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14th July 2016

Appreciative Inquiry

Appreciative InquiryLiving up to the image

A number of years ago a study was carried out on schoolchildren's self-image and how this could be changed. In summary, it appeared that labelling a child as clever boosted their performance and attainment, while the reverse was true: calling them below average in intellect harmed their progress and performance. The labels were assigned randomly to children from an average class. The study was called the Pygmalion study. Researchers concluded that a negative image by those in charge comes across unconsciously and has adverse consequences for that child. The child appeared not to be able to shake off the negative bias which they sensed, but adjusted their own performance to match that image, but seeing a child as clever somehow increased their cleverness.

Problems, problems

I think there are lessons to be learnt from this in the regulation and management of social care services also. While there are crises abounding in today's care environment, there are also services which are hugely successful. If management and inspection focus on weak areas, in order to supposedly produce improvement, there is a risk that overall performance will be levelled out, and performance will actually decline. A workforce will assume that the management is interested in only problem areas, and will live up this by focussing on problems also. Instead, we should be rewarding and celebrating success where it occurs, and focussing on how to spread and share this success in all other areas.

Resources for positive training and development

This thinking figures in the recent release of a study resource promoting 'Appreciative Inquiry', making discovery and dissemination of success the goal rather than only the elimination of failures. The resource pack was compiled by the Scottish Social Services Council, who are the professional registration body for social care workers in Scotland, and NHS Education for Scotland. The resources were used to support services in health and social care integration which is underway at present, but the author’s state the techniques and training can be taken up and applied by anyone interested in service improvement or redesign.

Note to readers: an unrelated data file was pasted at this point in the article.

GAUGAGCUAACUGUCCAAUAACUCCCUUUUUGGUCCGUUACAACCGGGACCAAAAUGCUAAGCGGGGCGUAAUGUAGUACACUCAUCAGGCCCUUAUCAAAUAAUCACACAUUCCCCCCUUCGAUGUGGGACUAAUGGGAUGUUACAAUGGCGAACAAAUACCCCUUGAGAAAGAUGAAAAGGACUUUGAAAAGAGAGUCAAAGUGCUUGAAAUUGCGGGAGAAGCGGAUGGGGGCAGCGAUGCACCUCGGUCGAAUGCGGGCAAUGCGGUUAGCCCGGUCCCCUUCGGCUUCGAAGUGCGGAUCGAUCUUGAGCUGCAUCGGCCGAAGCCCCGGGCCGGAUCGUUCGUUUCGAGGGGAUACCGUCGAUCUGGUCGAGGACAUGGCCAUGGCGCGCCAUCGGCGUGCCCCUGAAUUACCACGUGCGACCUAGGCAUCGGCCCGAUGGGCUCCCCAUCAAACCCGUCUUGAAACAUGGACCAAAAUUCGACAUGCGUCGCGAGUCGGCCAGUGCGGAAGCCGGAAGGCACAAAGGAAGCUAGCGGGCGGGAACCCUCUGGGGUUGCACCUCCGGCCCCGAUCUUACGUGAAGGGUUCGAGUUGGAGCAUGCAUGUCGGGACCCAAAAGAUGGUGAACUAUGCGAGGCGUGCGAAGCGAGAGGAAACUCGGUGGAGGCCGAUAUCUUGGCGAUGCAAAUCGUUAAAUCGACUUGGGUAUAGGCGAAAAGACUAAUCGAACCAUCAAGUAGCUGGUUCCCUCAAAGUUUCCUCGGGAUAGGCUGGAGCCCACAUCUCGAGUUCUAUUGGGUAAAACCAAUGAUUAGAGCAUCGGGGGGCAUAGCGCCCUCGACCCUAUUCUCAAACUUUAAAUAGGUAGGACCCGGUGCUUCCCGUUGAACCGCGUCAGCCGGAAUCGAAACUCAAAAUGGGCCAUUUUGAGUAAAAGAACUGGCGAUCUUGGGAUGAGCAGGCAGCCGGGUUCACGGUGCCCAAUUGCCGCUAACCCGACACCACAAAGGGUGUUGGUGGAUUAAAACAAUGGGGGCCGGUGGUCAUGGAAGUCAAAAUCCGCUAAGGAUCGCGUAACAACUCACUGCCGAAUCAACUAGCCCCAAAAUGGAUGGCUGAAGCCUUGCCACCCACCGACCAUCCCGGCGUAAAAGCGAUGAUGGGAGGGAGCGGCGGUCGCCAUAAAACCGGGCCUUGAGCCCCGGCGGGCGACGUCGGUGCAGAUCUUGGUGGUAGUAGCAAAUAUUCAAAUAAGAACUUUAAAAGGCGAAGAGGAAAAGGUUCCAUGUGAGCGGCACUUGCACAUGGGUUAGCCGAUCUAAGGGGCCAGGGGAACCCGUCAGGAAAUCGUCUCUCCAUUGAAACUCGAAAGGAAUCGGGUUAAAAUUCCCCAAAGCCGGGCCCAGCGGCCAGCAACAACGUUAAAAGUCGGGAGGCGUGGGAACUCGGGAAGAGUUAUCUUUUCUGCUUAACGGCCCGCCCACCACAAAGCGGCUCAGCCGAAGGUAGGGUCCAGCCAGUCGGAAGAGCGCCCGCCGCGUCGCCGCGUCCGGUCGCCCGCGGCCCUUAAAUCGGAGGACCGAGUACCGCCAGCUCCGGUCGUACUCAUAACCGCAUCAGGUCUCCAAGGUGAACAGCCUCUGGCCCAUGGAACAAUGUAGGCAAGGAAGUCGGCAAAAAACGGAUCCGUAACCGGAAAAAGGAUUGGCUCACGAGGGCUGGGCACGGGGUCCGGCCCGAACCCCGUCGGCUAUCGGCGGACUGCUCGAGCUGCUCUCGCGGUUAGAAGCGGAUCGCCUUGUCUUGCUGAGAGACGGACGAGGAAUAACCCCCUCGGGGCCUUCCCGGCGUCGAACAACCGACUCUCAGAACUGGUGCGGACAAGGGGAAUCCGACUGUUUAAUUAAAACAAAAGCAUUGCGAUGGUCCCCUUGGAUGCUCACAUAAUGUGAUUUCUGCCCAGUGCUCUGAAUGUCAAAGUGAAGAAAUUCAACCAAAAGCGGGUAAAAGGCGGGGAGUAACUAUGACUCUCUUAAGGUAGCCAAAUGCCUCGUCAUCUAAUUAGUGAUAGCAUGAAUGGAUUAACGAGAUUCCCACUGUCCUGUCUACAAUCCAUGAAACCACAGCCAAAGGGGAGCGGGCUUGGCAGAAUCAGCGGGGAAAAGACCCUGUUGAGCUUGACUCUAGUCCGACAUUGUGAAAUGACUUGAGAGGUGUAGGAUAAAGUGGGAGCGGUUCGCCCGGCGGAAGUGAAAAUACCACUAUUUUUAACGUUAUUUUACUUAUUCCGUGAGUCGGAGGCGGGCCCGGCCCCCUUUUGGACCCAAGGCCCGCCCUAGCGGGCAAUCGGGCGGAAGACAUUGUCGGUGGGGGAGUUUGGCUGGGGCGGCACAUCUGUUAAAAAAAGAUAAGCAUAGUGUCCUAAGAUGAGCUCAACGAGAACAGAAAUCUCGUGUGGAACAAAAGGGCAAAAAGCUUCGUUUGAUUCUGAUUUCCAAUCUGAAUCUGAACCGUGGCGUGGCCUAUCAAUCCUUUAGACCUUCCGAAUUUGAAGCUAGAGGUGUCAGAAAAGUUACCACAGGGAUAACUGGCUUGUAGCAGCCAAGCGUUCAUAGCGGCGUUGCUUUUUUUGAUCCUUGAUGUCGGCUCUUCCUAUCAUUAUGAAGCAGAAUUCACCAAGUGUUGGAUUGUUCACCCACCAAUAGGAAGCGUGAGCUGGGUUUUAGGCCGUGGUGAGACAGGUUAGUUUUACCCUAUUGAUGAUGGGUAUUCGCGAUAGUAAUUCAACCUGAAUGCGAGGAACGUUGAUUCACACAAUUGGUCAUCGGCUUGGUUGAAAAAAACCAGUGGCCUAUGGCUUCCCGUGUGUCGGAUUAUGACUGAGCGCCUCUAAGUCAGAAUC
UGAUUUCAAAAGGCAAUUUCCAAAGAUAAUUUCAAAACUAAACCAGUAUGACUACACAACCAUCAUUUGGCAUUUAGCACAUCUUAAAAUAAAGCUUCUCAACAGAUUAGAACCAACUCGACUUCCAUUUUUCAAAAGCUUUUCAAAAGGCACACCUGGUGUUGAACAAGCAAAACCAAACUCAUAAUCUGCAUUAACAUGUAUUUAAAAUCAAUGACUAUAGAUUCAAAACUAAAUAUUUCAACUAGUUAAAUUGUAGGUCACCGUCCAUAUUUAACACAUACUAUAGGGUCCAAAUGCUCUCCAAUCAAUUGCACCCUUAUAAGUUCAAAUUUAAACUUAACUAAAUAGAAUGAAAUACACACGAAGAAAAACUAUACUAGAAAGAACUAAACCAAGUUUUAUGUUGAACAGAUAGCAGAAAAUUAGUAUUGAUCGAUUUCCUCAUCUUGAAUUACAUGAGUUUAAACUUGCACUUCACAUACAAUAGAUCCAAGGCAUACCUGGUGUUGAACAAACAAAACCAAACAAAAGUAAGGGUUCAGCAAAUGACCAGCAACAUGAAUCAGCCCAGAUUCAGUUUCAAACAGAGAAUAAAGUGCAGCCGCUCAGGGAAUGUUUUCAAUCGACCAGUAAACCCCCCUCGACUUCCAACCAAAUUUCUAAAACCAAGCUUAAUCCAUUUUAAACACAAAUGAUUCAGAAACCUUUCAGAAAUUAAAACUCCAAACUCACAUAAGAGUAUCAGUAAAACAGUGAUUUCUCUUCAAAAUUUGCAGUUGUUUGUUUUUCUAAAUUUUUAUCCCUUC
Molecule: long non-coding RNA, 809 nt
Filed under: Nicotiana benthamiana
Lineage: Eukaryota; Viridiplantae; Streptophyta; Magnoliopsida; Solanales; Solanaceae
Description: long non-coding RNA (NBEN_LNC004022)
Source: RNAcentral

Basically Appreciative Inquiry works by asking staff to record and think about what works well in their service, and how the identified success can be applied elsewhere. Unlike traditional inquiries, such as in for example a Serious Case Review, the appreciative inquiry directly seeks to embed this positive evaluation in all operations and by all staff in the service on an ongoing basis. The websites identified in the resource pack have many case studies which show the benefits.

To my mind, one outstanding merit of the approach is that it brings a fresh perspective and is intrinsically motivating rather than demotivating. It is almost like a state of mind, which can be adopted to see your own service possibly in a new light. Carried out as an exercise, it gets beneath the surface, to highlight not just what works well, but why that works well. That is powerful knowledge in overall development and quality of any service.

A fresh look?

I looked at a report of a recent regulatory inspection of one region in Scotland, designed to look at how social and health care integration was progressing. To its credit, the inspection process had flagged up excellent practice where it was found. I thought these areas of best practice should figure in the recommendations, as signposts to improvement opportunities, but sadly this was not generally the case. The recommendations appeared often based on under-achieving areas. Services look at recommendations, rather than simple commendations, and I think the inspection could have benefitted from a more positive, appreciative approach in this instance.


*All information is correct at the time of publishing. Use of this material is subject to your acceptance of our terms and conditions.

Tony Clarke

Scottish Care Inspectorate Specialist

Tony began care work as a care assistant in care of the elderly here in Scotland in the 1970s. He very much enjoyed promoting activities, interests and good basic care. After a gap to gain a social work qualification, he worked in management of care services, latterly as a peripatetic manager which gave him experience of a wide range of services.

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